Girl Scouts of Greater Atlanta: Beginnings
In 2002, as part of the celebration of 90 years of Girl Scouting, the former Girl Scout Council of Northwest Georgia [now part of the Girl Scouts of Greater Atlanta] published a council history, intended to “inspire the reader to lead Girl Scouting to even greater heights in the future.” [Thomas, Mary Booth. The Girl Scout Council of Northwest Georgia, Inc.: A History of Service. Atlanta: Girl Scout Council of Northwest Georgia, Inc., 2002]
As soon as the Atlanta Girl Scout Council was organized in 1921, Girl Scouting grew by leaps and bounds. Within a year, the council had grown from five troops to 27 troops with a membership of 562 registered Girl Scouts. All of the troops were organized at the request of the girls themselves.
In 1915, the first Girl Scout troop in Atlanta was organized at Rock Spring Presbyterian Church, then in suburban Atlanta [now in the Piedmont Heights neighborhood of Atlanta between Monroe Drive and Cheshire Bridge Road]. The troop of 18 girls was led by the pastor’s wife Mrs. A. Linton Johnson who organized the South’s second Girl Scout Camp in 1915. The troop disbanded when Mrs. Johnson left Atlanta after her husband enlisted as a U.S. Army chaplain at the beginning of World War I.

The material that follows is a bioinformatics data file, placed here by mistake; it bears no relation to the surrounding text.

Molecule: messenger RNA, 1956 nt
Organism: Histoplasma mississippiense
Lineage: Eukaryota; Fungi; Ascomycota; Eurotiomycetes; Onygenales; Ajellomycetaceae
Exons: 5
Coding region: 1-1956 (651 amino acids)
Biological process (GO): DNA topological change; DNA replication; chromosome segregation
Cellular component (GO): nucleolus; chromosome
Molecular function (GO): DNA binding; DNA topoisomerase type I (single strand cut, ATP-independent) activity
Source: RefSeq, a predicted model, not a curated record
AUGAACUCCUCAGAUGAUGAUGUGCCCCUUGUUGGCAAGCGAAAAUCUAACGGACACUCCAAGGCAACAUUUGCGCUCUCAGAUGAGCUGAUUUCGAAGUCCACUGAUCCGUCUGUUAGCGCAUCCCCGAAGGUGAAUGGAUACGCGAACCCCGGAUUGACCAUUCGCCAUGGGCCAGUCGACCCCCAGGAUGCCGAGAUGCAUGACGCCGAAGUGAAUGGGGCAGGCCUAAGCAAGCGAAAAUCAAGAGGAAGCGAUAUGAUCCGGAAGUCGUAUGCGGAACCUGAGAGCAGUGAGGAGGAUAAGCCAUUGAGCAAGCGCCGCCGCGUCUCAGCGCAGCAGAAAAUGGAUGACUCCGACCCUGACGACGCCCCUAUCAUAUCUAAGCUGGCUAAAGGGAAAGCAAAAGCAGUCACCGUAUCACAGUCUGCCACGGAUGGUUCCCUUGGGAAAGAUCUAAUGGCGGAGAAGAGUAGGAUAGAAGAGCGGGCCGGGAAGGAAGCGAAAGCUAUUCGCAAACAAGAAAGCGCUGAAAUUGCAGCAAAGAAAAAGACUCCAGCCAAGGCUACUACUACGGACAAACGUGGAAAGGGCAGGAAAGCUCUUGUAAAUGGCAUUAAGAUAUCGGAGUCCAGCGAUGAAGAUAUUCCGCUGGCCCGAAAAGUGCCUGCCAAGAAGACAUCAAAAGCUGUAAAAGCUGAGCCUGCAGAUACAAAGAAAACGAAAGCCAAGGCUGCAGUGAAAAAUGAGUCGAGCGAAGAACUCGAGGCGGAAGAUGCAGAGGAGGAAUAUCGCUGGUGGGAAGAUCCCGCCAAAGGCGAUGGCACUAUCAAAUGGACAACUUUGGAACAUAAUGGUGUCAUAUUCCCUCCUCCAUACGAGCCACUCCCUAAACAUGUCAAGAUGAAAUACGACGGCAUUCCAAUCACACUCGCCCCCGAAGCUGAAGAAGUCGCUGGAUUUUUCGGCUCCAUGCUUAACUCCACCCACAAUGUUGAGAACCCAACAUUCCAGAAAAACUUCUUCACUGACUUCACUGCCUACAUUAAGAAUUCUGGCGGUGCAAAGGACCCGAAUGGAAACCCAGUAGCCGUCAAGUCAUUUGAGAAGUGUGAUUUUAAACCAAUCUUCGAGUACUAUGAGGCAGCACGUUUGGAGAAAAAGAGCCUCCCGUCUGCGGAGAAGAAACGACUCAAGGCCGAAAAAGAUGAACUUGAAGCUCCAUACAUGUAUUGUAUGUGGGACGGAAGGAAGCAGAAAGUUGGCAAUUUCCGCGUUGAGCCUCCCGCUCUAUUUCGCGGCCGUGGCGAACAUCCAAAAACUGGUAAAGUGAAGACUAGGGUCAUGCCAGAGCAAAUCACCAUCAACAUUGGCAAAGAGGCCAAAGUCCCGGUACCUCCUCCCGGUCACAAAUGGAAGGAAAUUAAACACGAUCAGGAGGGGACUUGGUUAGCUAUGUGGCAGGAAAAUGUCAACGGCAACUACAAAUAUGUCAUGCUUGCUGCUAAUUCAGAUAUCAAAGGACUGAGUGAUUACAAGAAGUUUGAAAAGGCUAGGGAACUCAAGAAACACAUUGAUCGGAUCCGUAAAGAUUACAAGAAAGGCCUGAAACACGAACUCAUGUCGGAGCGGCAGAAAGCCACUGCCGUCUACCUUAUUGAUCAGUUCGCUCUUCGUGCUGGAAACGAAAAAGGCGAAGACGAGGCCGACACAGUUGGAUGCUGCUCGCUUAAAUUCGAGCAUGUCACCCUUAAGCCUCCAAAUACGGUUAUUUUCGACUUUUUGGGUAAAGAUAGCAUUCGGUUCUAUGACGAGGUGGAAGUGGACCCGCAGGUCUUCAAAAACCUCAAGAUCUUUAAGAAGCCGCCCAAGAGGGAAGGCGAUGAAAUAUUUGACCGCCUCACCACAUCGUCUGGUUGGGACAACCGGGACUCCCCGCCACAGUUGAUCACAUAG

By the time the Atlanta Council was founded in 1921, there were five troops in the city: at Fort McPherson, Girls High School, North Avenue Presbyterian School (Bolton, GA), and St. Luke’s Church. They were “lone” troops with no connection with one another. They conducted their program through correspondence with national headquarters, then in Washington, DC.
The Atlanta Girl Scout Council began on the morning of July 12, 1921 at 611 Peachtree Street, home of Mrs. Albert Thornton, who called together a group of women to organize Girl Scouting in the Atlanta area. The group elected officers and made a formal application to the national council for a charter. The original council included Fulton and DeKalb counties. The charter was granted on August 5, 1921 and signed by Juliette Gordon Low herself.
[The home is no longer there, but is close to the current site of North Avenue Presbyterian Church. The church is also the creator of the North Avenue Presbyterian Schools, now renamed The Westminster Schools of Atlanta.]